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Lawmakers Urge More Testing, NATO Involvement In European GMD

By | September 24, 2007

      Three members of Congress urged more testing of the Ground-based Midcourse missile Defense (GMD) system before it is deployed in Europe, and also said NATO should not only advise the United States on the GMD plan, but should "play a key role in future decision making" about deployment of the missile shield.

      Backers of the GMD proposal say that if approval were required from every NATO nation before the GMD system could be built, ground never would be broken.

      The members are Rep. Ellen Tauscher (D-Calif.), who chairs the House Armed Services Committee strategic forces subcommittee, and Reps. Jim Cooper (D-Tenn.).and Mike Turner (R- Ohio), subcommittee members.

      Earlier this year, the Tauscher subcommittee slashed all funding that President Bush had requested for the start of work toward installation of GMD silos with interceptors in Poland. The system also would involve installation of a radar in the Czech Republic.

      However, the Senate Appropriations Committee took a much different approach, cutting just $85 million of funds for the overall planned system, both the Czech and Polish elements. Neither nation as yet has agreed to host any GMD system.

      It remains to be seen what level of European GMD funding will emerge from a House-Senate conference committee to work out differences between House and Senate versions of the separate defense appropriations and defense authorization bills for the fiscal year 2008 that begins a week from today.

      Bush and Pentagon leaders wish to build the GMD system to protect Europe, American troops there and the United States homeland against missiles launched from Middle Eastern nations such as Iran.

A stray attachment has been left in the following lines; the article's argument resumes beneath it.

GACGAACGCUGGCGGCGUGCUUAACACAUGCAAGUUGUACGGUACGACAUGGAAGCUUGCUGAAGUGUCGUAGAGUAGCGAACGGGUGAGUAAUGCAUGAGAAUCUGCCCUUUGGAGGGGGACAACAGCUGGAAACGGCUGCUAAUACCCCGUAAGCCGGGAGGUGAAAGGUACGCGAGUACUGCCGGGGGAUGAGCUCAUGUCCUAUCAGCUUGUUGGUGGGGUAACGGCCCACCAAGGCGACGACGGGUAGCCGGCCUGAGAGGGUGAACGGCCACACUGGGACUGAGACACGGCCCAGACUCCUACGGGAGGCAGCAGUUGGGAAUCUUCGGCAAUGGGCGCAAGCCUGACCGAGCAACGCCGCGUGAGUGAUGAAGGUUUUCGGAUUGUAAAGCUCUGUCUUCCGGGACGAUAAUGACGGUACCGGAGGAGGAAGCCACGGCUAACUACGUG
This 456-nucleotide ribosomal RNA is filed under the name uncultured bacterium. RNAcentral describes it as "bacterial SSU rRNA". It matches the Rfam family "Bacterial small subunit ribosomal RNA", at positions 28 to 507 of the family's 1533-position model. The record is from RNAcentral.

Iran has launched missiles in a multiple liftoff test, launched a missile from a submerged submarine, and is producing nuclear materials that it claims would be used for electrical power generation, but which many Western leaders suspect would be used to build nuclear bombs.

      The three lawmakers commented in a statement they released after they returned from a European tour involving the GMD proposal, visiting Brussels, Warsaw, and Prague where they discussed missile defense activities and the Bush proposal to deploy missile defense assets in Europe.

      Russia has charged that the U.S.-operated GMD system would threaten Russia, because the GMD interceptors could knock down Russian intercontinental ballistic missiles (ICBMs).

      U.S. military leaders say that’s wrong, because the GMD interceptors would be geared to take out missiles from the Middle East, and in any event would be too slow to take down Russian ICBMs. Also, there would be just 10 of the interceptors, while Russia has hundreds of warheads on hand.

      On one point, the lawmakers said they wish any missile defense system installed in Europe to be defensive and indivisible.

      "We strongly support working, on a bipartisan basis, with our NATO allies to defend against the mutual threats we face," the lawmakers said. "Over the coming months, we look forward to working with the [Bush administration] and our NATO allies to develop a system that is defensive, indivisible, and deters future threats."

      As well, the lawmakers say that if the GMD system is installed in Europe, that it should be fully integrated with a European system aimed at shorter-range missile threats. "Any future U.S. system must be able to work together with the missile defense system that NATO is currently developing," the lawmakers stated.